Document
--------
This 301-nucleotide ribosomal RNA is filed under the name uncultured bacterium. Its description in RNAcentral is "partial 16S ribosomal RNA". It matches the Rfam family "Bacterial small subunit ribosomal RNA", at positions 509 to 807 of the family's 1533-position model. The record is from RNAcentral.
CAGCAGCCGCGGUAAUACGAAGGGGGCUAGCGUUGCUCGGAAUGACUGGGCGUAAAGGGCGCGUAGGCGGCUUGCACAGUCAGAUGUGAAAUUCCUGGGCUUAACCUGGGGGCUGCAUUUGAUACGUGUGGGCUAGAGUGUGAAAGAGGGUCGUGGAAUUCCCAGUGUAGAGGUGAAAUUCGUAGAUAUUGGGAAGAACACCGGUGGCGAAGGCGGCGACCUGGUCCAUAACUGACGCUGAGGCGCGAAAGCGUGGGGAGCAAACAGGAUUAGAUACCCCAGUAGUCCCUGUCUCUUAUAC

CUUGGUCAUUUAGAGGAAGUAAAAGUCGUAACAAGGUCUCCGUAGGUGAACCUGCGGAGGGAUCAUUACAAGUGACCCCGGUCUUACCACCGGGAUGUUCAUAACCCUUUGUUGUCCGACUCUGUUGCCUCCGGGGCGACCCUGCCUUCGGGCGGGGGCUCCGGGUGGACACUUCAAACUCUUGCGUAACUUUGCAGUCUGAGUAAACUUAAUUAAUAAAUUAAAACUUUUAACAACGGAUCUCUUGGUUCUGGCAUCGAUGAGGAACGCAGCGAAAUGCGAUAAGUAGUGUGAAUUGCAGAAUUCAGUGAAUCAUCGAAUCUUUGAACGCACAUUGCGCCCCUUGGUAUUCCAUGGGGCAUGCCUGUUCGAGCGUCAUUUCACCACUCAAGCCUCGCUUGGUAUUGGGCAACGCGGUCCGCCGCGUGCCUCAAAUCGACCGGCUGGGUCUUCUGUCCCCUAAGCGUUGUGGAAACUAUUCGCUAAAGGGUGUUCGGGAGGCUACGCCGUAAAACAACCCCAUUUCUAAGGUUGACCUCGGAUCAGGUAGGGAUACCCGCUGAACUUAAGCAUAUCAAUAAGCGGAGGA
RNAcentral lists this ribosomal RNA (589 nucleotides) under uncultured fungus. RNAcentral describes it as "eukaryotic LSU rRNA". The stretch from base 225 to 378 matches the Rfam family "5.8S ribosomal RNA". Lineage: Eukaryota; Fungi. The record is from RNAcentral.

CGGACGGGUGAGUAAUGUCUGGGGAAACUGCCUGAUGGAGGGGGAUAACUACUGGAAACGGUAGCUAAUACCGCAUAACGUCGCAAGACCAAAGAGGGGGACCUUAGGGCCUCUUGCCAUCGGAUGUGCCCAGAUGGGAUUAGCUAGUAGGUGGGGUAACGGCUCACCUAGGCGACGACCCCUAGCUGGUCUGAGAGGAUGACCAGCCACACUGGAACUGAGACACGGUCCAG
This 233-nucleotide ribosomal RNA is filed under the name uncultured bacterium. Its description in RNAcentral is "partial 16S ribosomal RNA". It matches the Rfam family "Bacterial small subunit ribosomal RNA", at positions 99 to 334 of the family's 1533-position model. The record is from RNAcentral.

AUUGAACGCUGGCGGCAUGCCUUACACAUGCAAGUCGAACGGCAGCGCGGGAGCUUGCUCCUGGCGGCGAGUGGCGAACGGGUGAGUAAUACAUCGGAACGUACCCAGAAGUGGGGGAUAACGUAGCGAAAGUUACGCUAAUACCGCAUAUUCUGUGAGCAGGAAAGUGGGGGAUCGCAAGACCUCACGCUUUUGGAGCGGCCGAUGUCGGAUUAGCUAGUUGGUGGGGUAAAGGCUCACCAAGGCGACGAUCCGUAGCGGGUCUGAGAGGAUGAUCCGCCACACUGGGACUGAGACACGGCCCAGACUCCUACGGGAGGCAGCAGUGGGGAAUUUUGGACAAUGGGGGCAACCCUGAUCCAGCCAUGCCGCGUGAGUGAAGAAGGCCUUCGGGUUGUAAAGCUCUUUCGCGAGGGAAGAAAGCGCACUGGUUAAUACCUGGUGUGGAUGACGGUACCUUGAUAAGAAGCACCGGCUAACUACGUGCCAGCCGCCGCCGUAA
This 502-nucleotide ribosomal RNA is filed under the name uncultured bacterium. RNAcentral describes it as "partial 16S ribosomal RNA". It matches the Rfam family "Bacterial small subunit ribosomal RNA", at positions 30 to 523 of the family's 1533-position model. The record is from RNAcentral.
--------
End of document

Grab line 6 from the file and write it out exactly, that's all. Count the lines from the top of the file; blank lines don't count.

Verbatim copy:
This 233-nucleotide ribosomal RNA is filed under the name uncultured bacterium. Its description in RNAcentral is "partial 16S ribosomal RNA". It matches the Rfam family "Bacterial small subunit ribosomal RNA", at positions 99 to 334 of the family's 1533-position model. The record is from RNAcentral.